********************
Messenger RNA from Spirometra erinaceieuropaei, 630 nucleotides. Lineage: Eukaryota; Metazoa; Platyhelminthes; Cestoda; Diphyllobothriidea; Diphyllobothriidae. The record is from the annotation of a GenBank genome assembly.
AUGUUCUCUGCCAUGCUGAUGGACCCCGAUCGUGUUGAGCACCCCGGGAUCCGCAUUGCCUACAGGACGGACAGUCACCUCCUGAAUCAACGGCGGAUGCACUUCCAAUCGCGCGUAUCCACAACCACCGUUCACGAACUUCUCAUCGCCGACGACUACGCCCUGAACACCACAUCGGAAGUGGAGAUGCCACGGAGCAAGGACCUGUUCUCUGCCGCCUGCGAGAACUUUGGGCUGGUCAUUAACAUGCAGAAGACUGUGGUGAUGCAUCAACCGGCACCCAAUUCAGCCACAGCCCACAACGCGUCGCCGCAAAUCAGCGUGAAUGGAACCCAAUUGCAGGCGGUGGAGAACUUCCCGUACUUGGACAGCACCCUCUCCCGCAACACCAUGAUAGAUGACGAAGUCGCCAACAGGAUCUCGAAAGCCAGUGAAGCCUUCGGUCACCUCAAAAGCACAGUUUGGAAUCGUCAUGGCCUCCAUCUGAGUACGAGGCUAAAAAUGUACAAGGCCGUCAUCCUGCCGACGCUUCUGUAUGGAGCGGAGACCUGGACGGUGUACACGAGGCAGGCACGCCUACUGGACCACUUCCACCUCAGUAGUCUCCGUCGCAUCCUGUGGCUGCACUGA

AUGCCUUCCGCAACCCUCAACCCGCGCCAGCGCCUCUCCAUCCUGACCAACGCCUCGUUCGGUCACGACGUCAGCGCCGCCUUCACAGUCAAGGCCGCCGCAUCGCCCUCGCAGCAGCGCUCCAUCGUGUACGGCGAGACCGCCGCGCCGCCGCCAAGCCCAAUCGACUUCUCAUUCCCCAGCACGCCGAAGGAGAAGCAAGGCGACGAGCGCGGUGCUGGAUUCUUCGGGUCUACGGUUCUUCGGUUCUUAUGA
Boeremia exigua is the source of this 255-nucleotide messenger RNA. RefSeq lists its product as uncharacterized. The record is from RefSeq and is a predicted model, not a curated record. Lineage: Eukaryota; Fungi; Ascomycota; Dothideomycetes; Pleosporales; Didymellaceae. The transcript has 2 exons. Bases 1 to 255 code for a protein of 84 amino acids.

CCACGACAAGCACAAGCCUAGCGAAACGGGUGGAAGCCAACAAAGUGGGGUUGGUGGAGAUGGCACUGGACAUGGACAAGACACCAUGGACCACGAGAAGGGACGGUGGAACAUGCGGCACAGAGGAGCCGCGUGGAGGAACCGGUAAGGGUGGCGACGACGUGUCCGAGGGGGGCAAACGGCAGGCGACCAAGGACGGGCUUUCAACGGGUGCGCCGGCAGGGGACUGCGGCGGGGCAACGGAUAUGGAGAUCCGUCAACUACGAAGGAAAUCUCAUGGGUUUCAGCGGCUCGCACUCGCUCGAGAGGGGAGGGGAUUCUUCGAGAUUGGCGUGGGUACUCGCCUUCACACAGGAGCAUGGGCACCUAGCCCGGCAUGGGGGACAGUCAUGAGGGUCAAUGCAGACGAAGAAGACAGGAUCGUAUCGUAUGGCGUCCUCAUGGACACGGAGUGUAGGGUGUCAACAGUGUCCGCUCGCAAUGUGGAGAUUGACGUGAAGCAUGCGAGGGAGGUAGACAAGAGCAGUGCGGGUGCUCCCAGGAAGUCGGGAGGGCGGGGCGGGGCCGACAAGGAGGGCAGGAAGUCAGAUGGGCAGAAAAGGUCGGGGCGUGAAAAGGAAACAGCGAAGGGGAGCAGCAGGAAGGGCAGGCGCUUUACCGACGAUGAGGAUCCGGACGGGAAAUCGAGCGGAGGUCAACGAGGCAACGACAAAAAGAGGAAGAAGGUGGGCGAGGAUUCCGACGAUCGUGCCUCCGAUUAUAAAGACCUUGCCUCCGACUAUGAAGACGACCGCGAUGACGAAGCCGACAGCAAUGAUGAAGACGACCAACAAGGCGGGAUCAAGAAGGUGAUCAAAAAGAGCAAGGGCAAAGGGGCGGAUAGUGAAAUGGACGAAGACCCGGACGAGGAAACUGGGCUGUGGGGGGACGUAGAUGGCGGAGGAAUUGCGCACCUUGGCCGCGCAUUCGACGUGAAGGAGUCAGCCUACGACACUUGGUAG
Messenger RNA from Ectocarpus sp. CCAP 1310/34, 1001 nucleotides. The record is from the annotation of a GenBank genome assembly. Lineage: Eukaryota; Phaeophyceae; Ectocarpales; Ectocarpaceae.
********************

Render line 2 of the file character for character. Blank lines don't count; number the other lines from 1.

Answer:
AUGUUCUCUGCCAUGCUGAUGGACCCCGAUCGUGUUGAGCACCCCGGGAUCCGCAUUGCCUACAGGACGGACAGUCACCUCCUGAAUCAACGGCGGAUGCACUUCCAAUCGCGCGUAUCCACAACCACCGUUCACGAACUUCUCAUCGCCGACGACUACGCCCUGAACACCACAUCGGAAGUGGAGAUGCCACGGAGCAAGGACCUGUUCUCUGCCGCCUGCGAGAACUUUGGGCUGGUCAUUAACAUGCAGAAGACUGUGGUGAUGCAUCAACCGGCACCCAAUUCAGCCACAGCCCACAACGCGUCGCCGCAAAUCAGCGUGAAUGGAACCCAAUUGCAGGCGGUGGAGAACUUCCCGUACUUGGACAGCACCCUCUCCCGCAACACCAUGAUAGAUGACGAAGUCGCCAACAGGAUCUCGAAAGCCAGUGAAGCCUUCGGUCACCUCAAAAGCACAGUUUGGAAUCGUCAUGGCCUCCAUCUGAGUACGAGGCUAAAAAUGUACAAGGCCGUCAUCCUGCCGACGCUUCUGUAUGGAGCGGAGACCUGGACGGUGUACACGAGGCAGGCACGCCUACUGGACCACUUCCACCUCAGUAGUCUCCGUCGCAUCCUGUGGCUGCACUGA